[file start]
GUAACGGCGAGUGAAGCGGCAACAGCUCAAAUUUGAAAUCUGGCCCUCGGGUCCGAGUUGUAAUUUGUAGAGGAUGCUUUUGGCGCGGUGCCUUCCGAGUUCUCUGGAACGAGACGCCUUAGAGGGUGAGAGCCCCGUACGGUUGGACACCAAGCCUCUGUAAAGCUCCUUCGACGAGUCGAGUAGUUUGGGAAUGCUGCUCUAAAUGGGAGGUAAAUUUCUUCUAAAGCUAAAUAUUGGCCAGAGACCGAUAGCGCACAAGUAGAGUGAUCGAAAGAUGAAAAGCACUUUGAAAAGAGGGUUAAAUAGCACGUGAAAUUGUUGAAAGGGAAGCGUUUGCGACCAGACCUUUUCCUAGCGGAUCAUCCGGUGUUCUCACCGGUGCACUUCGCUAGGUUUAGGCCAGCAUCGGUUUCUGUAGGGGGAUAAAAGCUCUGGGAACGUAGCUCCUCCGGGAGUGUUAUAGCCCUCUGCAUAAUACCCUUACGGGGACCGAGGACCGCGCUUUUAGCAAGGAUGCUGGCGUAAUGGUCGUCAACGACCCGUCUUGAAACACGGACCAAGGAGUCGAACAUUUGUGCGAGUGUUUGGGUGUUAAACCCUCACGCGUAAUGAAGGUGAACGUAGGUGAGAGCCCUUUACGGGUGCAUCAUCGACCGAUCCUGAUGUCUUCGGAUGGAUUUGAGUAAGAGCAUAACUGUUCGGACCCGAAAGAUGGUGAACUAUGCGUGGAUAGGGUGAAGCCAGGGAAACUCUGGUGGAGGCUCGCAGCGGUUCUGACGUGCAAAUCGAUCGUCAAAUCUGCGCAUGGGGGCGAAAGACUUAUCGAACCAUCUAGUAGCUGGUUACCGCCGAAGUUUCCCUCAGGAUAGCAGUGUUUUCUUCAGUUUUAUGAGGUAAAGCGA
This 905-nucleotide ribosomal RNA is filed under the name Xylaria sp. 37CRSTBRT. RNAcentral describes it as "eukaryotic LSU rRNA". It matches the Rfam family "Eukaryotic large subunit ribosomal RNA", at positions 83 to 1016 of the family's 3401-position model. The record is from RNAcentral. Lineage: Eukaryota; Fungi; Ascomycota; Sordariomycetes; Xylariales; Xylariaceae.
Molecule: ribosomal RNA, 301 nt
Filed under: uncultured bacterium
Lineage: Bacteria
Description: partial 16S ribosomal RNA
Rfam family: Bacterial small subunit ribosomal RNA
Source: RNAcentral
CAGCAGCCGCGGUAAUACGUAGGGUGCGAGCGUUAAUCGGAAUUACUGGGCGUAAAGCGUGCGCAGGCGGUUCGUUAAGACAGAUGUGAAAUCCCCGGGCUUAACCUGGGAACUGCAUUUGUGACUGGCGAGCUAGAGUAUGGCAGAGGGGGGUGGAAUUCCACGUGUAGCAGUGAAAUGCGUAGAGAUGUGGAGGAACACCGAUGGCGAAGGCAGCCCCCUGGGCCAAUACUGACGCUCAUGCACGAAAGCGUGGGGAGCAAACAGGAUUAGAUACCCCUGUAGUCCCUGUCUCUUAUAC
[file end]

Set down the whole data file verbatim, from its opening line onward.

GUAACGGCGAGUGAAGCGGCAACAGCUCAAAUUUGAAAUCUGGCCCUCGGGUCCGAGUUGUAAUUUGUAGAGGAUGCUUUUGGCGCGGUGCCUUCCGAGUUCUCUGGAACGAGACGCCUUAGAGGGUGAGAGCCCCGUACGGUUGGACACCAAGCCUCUGUAAAGCUCCUUCGACGAGUCGAGUAGUUUGGGAAUGCUGCUCUAAAUGGGAGGUAAAUUUCUUCUAAAGCUAAAUAUUGGCCAGAGACCGAUAGCGCACAAGUAGAGUGAUCGAAAGAUGAAAAGCACUUUGAAAAGAGGGUUAAAUAGCACGUGAAAUUGUUGAAAGGGAAGCGUUUGCGACCAGACCUUUUCCUAGCGGAUCAUCCGGUGUUCUCACCGGUGCACUUCGCUAGGUUUAGGCCAGCAUCGGUUUCUGUAGGGGGAUAAAAGCUCUGGGAACGUAGCUCCUCCGGGAGUGUUAUAGCCCUCUGCAUAAUACCCUUACGGGGACCGAGGACCGCGCUUUUAGCAAGGAUGCUGGCGUAAUGGUCGUCAACGACCCGUCUUGAAACACGGACCAAGGAGUCGAACAUUUGUGCGAGUGUUUGGGUGUUAAACCCUCACGCGUAAUGAAGGUGAACGUAGGUGAGAGCCCUUUACGGGUGCAUCAUCGACCGAUCCUGAUGUCUUCGGAUGGAUUUGAGUAAGAGCAUAACUGUUCGGACCCGAAAGAUGGUGAACUAUGCGUGGAUAGGGUGAAGCCAGGGAAACUCUGGUGGAGGCUCGCAGCGGUUCUGACGUGCAAAUCGAUCGUCAAAUCUGCGCAUGGGGGCGAAAGACUUAUCGAACCAUCUAGUAGCUGGUUACCGCCGAAGUUUCCCUCAGGAUAGCAGUGUUUUCUUCAGUUUUAUGAGGUAAAGCGA
This 905-nucleotide ribosomal RNA is filed under the name Xylaria sp. 37CRSTBRT. RNAcentral describes it as "eukaryotic LSU rRNA". It matches the Rfam family "Eukaryotic large subunit ribosomal RNA", at positions 83 to 1016 of the family's 3401-position model. The record is from RNAcentral. Lineage: Eukaryota; Fungi; Ascomycota; Sordariomycetes; Xylariales; Xylariaceae.
Molecule: ribosomal RNA, 301 nt
Filed under: uncultured bacterium
Lineage: Bacteria
Description: partial 16S ribosomal RNA
Rfam family: Bacterial small subunit ribosomal RNA
Source: RNAcentral
CAGCAGCCGCGGUAAUACGUAGGGUGCGAGCGUUAAUCGGAAUUACUGGGCGUAAAGCGUGCGCAGGCGGUUCGUUAAGACAGAUGUGAAAUCCCCGGGCUUAACCUGGGAACUGCAUUUGUGACUGGCGAGCUAGAGUAUGGCAGAGGGGGGUGGAAUUCCACGUGUAGCAGUGAAAUGCGUAGAGAUGUGGAGGAACACCGAUGGCGAAGGCAGCCCCCUGGGCCAAUACUGACGCUCAUGCACGAAAGCGUGGGGAGCAAACAGGAUUAGAUACCCCUGUAGUCCCUGUCUCUUAUAC